(CTN NEWS) – The legal representatives advocating on behalf of Sam Bankman-Fried have vehemently repudiated any accusations of intimidating witnesses during his ongoing criminal trial.
These allegations center around purported conversations with journalists from the esteemed New York Times, yet the defense posits that they rest on exceedingly tenuous grounds, predominantly built upon conjecture and veiled insinuations.
In a letter addressed to Judge Lewis Kaplan on the 1st of August, Bankman-Fried’s legal counsel vehemently maintained that the prosecution’s bid to revoke his bail and secure his detention lack substantive merit.
They assert that these maneuvers pivot on shaky assumptions, failing to withstand the test of robust evidence.
The defense further contends that Bankman-Fried’s engagement with a New York Times reporter was by no means an endeavor to intimidate the former CEO of Alameda Research, Caroline Ellison, nor was it a gambit to contaminate the jury pool.
From their perspective, this isolated interaction falls woefully short of furnishing adequate grounds to warrant pre-trial detainment.
Legal Team Defends Sam Bankman-Fried’s Actions as Just Exercise of His Rights Amid Bail Revocation Allegations
The legal team representing Sam Bankman-Fried vehemently asserted that his interaction with reporters constituted a “just exercise of his rights” to offer equitable remarks on an article that was already in progress and for which the reporter had alternative sources.
This perspective aimed to emphasize that Bankman-Fried’s actions were within the bounds of reasonable commentary.
On the 28th of July, the United States Department of Justice (DOJ) took steps to revoke Bankman-Fried’s bail, alleging that he had shared Ellison’s diary with The New York Times in a bid to harass and intimidate her.
In response, Bankman-Fried’s lawyers advanced the notion that it was, in fact, the government itself that had shared Ellison’s diary with the newspaper.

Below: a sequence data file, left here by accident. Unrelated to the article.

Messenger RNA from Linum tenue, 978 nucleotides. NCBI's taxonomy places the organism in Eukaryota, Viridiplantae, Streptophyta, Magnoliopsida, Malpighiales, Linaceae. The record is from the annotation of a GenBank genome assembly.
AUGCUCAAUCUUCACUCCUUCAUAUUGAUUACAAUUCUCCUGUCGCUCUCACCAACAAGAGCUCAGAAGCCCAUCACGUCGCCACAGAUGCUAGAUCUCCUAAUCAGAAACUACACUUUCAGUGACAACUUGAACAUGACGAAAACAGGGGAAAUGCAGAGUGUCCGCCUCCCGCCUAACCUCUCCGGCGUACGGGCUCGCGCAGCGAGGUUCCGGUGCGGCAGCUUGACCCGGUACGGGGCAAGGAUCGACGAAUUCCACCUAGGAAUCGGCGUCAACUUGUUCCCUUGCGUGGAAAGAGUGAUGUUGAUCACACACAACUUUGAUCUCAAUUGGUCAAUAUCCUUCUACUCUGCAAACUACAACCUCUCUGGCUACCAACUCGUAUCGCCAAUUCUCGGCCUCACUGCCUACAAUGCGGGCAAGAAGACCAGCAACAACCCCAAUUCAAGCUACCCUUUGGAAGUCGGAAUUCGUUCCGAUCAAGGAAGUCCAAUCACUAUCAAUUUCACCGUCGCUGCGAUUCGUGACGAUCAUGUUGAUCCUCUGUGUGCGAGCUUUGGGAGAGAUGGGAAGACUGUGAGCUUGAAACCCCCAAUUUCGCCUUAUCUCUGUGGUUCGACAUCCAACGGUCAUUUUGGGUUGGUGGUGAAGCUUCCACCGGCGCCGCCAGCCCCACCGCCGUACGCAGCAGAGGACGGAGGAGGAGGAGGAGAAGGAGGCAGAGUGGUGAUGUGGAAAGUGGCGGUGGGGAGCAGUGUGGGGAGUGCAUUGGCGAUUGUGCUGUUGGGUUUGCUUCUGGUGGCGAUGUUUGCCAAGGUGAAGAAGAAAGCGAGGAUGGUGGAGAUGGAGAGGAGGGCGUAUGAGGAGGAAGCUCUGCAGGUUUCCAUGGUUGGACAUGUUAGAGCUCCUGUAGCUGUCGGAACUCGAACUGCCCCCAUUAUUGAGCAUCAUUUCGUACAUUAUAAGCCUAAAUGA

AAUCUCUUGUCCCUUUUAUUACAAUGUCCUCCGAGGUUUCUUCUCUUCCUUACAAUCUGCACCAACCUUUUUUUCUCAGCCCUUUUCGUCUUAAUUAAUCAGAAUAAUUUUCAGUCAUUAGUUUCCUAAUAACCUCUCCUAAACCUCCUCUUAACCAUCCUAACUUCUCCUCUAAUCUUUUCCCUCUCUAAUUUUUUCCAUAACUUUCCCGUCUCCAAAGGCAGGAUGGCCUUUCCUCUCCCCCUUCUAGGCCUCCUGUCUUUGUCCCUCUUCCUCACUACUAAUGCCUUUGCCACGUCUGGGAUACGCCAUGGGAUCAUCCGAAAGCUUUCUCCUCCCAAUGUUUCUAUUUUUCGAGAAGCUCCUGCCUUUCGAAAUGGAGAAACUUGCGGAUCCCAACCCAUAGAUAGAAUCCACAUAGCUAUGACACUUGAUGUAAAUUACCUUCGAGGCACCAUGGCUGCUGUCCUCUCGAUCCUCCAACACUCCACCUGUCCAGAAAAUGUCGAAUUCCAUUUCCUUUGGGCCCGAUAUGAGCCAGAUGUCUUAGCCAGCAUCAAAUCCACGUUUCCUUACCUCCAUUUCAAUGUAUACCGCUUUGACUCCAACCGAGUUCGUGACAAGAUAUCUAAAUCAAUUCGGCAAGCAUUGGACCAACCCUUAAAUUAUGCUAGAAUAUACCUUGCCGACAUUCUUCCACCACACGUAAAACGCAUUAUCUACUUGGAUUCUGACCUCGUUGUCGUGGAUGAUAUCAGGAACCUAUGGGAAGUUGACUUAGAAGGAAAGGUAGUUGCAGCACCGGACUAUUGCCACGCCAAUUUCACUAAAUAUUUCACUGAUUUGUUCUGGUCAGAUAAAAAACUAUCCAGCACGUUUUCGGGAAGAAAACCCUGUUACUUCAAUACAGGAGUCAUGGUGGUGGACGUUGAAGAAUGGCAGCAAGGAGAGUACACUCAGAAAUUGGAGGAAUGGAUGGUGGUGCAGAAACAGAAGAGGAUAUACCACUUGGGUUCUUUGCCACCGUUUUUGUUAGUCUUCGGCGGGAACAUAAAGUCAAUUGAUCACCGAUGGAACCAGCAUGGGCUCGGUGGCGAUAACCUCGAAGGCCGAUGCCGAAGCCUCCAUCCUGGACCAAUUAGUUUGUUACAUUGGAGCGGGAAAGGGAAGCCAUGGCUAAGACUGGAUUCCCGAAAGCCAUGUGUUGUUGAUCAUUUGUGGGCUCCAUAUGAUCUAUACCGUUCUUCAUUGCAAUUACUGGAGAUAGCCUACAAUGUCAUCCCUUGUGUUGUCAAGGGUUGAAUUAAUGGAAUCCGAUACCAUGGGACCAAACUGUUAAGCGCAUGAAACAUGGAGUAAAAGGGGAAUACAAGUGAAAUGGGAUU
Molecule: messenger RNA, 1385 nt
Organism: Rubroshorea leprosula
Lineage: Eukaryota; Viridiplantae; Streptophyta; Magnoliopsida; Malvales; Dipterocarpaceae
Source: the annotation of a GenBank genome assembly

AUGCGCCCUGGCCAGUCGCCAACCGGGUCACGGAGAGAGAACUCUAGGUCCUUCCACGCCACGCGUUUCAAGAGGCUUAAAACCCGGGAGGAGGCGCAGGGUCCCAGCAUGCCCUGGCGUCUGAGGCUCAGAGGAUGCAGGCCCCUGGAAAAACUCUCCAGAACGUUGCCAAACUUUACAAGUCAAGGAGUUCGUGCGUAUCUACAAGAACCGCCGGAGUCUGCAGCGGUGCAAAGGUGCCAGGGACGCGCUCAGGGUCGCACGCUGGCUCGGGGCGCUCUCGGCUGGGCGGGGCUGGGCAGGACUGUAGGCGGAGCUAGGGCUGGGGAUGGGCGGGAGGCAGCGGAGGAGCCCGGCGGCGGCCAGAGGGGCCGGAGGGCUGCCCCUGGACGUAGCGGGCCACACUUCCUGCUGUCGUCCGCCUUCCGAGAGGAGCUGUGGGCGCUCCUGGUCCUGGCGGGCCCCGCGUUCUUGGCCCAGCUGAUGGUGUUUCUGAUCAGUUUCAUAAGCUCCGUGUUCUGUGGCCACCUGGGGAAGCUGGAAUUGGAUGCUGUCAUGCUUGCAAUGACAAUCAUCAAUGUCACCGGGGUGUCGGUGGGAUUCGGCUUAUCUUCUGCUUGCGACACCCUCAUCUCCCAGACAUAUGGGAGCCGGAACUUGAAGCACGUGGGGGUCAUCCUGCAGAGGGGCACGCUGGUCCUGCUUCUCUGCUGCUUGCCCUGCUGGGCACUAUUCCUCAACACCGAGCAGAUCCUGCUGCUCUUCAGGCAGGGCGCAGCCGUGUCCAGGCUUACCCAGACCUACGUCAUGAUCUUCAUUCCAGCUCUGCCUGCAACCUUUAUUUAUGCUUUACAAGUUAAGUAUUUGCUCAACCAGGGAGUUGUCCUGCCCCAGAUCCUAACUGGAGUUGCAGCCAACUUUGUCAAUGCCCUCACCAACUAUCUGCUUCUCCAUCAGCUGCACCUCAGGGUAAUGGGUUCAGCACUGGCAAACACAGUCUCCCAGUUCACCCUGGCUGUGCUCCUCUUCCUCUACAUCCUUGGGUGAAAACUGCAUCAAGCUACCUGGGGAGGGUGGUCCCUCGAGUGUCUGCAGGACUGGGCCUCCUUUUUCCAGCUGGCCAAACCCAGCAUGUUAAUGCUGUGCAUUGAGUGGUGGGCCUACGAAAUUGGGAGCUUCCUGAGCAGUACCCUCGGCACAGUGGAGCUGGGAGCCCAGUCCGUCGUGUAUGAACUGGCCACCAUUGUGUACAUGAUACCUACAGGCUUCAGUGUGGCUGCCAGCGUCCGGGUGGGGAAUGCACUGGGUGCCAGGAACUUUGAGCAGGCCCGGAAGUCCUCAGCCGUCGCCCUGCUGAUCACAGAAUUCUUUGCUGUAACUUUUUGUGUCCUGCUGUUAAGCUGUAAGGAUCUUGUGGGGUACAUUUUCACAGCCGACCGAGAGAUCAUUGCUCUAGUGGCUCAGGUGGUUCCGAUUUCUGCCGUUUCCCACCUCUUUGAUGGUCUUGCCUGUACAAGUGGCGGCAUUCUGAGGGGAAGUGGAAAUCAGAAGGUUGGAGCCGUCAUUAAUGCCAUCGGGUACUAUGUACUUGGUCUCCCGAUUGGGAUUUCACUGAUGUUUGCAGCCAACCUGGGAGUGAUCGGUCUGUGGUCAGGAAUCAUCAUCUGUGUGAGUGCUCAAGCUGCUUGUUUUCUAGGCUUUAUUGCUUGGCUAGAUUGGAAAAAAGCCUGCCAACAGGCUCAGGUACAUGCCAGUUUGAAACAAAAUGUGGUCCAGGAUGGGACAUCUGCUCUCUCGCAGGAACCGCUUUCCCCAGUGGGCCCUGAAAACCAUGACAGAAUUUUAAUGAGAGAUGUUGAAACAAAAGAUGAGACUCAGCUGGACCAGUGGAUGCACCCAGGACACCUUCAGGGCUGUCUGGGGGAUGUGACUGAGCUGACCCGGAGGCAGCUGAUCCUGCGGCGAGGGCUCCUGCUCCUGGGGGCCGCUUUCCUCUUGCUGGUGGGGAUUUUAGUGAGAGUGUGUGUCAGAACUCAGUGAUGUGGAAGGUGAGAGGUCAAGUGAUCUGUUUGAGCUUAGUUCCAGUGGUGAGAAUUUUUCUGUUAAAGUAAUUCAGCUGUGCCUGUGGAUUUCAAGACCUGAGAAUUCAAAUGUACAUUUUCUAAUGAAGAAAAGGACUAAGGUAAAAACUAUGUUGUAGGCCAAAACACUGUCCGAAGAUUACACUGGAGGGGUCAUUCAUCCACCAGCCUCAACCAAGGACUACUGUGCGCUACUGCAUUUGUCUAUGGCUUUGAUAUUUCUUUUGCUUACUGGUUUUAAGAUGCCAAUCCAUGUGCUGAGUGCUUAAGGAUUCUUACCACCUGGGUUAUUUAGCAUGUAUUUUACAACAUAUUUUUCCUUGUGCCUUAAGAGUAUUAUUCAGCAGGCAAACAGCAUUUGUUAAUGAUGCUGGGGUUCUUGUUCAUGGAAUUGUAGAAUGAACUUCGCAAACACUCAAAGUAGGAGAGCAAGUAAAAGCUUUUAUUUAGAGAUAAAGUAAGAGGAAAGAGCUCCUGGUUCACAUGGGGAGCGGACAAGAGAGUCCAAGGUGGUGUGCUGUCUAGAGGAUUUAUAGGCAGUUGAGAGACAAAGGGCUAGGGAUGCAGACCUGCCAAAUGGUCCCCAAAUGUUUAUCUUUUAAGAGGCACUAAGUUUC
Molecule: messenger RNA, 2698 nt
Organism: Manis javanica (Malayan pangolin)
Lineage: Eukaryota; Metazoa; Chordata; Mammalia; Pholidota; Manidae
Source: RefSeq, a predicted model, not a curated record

According to their argument, the notion that the government was entirely uninvolved in the article’s genesis appeared implausible.
To reinforce this stance, the legal representatives pointed to the language employed in the story, which delved into the timing of the Government’s preparation of trial witnesses and referenced specific documents that were not provided to the reporter by Mr. Bankman-Fried.
The lawyers contended that these details strongly indicated an alternative source, hinting at the government’s potential involvement.
Legal Battle Over Article’s Sympathetic Undertone and Complexity of Witnesses in Bankman-Fried’s Case
Amidst the legal proceedings, the lawyers contended that the article in question, which featured excerpts from Ellison’s diary chronicling her feelings of being overwhelmed by her job, grappling with insecurities, and enduring heartbreak following her split with Bankman-Fried, had a sympathetic undertone favoring her portrayal.
It is noteworthy that Ellison has already pleaded guilty to fraud charges and is purportedly cooperating with the DOJ. He
r anticipated role as a witness against Bankman-Fried in his criminal trial, slated for October, adds a layer of complexity to the case.
Judge Kaplan has taken a decisive step in this matter by implementing a gag order on both Bankman-Fried and the prosecutors involved. This measure will remain in effect until the judge thoroughly examines the petition to revoke Bankman-Fried’s bail.
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